“Can you take your little sister to the SAND PILE for a while? I need to get dressed up for the ACE OF BASE reunion concert.”
      “OK but can I borrow the car later? I need to go to the library to research my paper on FDR JR.”
      “Deal.”
      “PERF.”

  5. Lise says:

    Derek: What language is that, in the Bugs Bunny cartoon? I can detect the faint English underneath the dubbed language that sounds Slavic to me. Interesting!

    I don’t think that was the entire cartoon, but it was fun. Thanks for sharing.

    • Derek Allen says:

      Ha! Good ol’ YouTube. I saw the vid of what I wanted and didn’t even notice the voiceover! I have no idea what language that is!

  6. Twangster says:

    If you’re new to Tangled Up in Blue (from LAT), you might enjoy this Jerry Garcia Band version:
    https://www.youtube.com/watch?v=sUEvYzoykpU

    • pannonica says:

      There is nothing at all wrong with the Dylan original; it’s definitive and one of the best songs in his entire catalog.

      • Jim Hale says:

        Many thought Dylan was dead at that point in his career and than he came out with that album which was a masterpiece. Remember it like it was yesterday.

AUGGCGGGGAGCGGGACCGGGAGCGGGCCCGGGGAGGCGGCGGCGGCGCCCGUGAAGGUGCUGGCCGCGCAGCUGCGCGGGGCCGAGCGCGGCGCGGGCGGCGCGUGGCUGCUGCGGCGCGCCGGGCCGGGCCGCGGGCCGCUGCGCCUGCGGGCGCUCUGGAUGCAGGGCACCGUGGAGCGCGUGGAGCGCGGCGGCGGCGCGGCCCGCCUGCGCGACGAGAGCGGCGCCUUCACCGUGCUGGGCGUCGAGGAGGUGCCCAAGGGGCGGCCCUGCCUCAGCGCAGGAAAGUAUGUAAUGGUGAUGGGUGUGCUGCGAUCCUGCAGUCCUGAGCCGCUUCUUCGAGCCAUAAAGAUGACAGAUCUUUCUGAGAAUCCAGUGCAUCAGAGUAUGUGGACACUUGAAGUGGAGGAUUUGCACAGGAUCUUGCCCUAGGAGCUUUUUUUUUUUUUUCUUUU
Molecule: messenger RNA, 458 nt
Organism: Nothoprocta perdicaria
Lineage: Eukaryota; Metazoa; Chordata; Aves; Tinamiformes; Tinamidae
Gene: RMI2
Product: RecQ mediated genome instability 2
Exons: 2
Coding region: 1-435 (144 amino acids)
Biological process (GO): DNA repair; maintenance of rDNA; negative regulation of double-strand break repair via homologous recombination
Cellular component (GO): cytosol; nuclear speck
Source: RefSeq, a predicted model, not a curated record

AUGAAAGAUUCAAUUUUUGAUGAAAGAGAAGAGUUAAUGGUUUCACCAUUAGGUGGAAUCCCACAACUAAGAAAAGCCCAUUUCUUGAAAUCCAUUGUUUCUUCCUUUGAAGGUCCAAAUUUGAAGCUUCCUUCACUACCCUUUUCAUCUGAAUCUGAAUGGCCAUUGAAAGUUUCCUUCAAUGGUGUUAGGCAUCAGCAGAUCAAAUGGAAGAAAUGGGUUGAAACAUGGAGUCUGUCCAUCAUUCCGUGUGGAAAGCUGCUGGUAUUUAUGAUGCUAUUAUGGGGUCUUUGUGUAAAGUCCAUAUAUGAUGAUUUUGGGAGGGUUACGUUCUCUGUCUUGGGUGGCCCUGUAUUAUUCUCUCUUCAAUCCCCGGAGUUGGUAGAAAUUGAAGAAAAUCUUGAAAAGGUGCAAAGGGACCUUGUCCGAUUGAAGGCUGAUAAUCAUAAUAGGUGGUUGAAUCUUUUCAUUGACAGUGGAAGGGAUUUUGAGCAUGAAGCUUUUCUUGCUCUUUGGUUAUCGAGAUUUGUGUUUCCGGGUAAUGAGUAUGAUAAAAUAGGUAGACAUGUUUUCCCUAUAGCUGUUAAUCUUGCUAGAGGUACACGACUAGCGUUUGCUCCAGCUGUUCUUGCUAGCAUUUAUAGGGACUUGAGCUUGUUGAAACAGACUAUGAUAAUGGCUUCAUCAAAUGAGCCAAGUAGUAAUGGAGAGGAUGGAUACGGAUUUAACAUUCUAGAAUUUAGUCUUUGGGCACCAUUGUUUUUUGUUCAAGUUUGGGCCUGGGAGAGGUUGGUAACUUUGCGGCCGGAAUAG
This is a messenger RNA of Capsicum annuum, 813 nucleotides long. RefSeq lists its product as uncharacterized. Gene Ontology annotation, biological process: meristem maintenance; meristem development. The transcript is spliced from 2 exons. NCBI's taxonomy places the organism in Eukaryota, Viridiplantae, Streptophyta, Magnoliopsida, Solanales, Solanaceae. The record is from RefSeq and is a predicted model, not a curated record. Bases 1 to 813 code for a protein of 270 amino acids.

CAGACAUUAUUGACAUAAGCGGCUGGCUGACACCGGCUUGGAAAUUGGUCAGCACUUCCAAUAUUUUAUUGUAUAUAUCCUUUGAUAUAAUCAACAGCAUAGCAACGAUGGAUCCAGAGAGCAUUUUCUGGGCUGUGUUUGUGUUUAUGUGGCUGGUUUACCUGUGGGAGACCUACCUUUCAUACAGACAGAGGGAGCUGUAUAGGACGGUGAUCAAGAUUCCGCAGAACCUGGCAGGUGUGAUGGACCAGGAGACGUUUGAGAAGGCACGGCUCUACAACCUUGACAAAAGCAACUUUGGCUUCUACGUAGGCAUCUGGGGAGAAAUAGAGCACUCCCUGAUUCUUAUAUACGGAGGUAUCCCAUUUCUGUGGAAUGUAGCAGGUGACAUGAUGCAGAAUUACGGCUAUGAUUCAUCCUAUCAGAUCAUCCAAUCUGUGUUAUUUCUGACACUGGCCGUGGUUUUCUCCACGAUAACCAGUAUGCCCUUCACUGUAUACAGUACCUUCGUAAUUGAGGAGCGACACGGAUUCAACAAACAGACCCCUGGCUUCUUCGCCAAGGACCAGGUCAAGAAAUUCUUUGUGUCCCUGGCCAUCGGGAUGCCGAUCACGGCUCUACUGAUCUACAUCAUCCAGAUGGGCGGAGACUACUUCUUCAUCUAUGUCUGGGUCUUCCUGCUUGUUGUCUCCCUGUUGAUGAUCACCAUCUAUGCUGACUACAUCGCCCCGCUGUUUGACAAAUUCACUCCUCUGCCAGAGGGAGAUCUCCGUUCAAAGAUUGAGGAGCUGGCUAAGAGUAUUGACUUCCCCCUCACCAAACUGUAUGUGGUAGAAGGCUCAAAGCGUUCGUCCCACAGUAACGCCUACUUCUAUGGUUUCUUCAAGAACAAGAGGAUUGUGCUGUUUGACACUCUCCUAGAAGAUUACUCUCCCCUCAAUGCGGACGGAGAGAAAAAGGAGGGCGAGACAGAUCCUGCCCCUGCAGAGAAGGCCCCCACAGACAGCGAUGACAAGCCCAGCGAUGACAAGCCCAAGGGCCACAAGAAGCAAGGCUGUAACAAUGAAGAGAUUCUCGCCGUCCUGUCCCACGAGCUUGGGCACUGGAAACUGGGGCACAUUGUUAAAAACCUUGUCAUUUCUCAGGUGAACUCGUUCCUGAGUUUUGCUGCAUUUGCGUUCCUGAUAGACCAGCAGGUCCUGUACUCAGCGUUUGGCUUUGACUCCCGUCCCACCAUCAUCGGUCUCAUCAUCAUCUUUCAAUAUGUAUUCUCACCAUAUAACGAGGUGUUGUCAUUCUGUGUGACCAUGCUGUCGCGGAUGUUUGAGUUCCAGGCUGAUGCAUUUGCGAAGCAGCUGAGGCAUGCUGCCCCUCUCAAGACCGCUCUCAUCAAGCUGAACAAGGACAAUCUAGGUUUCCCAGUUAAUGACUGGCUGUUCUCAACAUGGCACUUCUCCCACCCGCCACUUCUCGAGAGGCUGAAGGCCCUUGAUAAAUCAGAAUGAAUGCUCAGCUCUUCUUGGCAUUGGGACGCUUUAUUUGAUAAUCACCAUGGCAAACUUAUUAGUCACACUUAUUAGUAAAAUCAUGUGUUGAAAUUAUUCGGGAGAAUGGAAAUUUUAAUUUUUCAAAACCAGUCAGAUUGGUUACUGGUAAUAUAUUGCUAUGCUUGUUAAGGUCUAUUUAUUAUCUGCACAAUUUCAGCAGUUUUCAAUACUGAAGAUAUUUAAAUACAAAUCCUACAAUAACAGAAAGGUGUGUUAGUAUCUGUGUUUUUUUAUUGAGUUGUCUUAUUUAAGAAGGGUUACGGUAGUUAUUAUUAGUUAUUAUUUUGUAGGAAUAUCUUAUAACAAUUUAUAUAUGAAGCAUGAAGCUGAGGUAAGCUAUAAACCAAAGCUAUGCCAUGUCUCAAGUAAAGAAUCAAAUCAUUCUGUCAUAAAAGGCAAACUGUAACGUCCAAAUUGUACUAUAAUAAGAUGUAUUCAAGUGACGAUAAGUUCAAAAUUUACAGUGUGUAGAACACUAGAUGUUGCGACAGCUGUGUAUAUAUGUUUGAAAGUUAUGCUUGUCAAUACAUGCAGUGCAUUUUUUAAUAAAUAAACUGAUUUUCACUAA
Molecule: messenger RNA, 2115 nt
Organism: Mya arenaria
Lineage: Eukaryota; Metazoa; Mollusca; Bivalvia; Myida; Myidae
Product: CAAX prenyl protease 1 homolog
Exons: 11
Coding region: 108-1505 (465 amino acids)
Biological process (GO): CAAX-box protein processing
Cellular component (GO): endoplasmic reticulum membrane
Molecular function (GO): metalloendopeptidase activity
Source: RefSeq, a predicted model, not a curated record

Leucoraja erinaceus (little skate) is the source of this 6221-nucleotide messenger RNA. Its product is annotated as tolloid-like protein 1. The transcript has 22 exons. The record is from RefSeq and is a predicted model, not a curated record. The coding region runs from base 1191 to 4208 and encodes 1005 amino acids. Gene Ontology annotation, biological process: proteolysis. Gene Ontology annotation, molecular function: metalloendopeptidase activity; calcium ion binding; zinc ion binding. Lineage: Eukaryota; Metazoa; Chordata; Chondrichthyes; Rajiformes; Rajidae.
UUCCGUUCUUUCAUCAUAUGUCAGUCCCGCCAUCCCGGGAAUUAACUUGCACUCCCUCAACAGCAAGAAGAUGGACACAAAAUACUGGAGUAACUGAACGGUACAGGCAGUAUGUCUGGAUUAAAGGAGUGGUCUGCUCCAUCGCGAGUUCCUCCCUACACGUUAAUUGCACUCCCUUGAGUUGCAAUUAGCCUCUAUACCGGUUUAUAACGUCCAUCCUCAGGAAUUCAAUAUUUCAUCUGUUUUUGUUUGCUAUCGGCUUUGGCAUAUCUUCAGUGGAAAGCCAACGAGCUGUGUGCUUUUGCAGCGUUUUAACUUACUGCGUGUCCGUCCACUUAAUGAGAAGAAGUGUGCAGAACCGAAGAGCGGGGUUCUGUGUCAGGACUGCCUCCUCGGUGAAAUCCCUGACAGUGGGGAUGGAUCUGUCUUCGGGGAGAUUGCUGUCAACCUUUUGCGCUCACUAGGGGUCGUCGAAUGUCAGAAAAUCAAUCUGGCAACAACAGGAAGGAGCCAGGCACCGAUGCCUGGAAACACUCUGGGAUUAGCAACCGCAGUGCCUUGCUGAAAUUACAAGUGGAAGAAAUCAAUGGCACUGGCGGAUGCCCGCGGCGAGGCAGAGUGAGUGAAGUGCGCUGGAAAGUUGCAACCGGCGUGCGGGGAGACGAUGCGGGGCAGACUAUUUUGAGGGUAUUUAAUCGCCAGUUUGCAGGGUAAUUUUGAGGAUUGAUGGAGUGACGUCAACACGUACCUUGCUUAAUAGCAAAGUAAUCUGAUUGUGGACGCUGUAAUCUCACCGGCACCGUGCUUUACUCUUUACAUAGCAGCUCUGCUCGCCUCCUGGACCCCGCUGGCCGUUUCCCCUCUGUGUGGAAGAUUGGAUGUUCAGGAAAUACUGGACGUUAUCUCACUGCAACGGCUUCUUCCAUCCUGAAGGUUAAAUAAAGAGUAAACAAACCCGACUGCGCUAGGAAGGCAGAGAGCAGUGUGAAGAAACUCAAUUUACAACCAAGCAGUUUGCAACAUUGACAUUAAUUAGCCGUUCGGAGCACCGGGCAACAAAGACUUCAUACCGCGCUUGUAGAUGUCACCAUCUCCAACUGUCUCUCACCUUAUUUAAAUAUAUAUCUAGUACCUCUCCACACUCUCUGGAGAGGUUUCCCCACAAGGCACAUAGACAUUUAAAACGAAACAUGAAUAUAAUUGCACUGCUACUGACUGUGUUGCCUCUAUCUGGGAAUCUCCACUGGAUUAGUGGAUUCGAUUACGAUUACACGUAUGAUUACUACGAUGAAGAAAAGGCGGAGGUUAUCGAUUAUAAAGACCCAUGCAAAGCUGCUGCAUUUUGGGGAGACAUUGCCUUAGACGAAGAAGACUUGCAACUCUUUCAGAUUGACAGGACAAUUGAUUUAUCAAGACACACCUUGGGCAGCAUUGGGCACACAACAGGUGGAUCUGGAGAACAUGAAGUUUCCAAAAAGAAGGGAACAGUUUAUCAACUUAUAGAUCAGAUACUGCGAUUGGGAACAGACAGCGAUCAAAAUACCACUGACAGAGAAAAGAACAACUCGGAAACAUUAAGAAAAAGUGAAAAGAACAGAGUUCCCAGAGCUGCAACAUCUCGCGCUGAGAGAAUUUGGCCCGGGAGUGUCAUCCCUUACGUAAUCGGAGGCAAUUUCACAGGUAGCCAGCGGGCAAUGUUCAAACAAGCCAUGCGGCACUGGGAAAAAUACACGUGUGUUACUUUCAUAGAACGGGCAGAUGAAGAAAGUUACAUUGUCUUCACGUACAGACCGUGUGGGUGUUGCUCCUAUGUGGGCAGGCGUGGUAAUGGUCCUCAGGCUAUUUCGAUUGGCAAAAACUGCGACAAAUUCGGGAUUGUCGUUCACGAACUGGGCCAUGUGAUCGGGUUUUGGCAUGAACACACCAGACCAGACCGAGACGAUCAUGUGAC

• Penguins says:

      Pannonica has it right as usual. And “Blood on the Tracks” is an absolutely awesome album.

  7. Steve Manion says:

    Very hard Saturday.

    Among poker players, THE RIO is universally known as just that. I am not sure if it is the biggest casino, but it is absolutely gigantic.

    Steve

    • Karen says:

      Trivia: Our son is a producer of the WSOP and practically lives at The Rio part time, and edits the show in L.A. where he lives. He reports that the largest casinos are MGM, Bellagio and Caesars, but he doesn’t know which is THE largest. MGM Las Vegas is the largest hotel in the world, however.

  8. Papa John says:

    It’s been a while since we’ve had such a tough nut on a Saturday. It looked like a DNF for a minute. I remember all Saturdays being tough, at one time. Maybe I’m just getting better at them. There was a time I wouldn’t even look at them. I’m not sure I enjoyed this one, although looking over the completed grid, it was a pretty good solve.

    SAND_PILE doesn’t seem quite right. I’ve played in sand piles, but they weren’t in sand boxes.

  9. Penguins says:

    Hardest Saturday NYT in memory (due in no small part to the trivia and it’s placement), easiest Stumper I’ve ever done, nice LAT.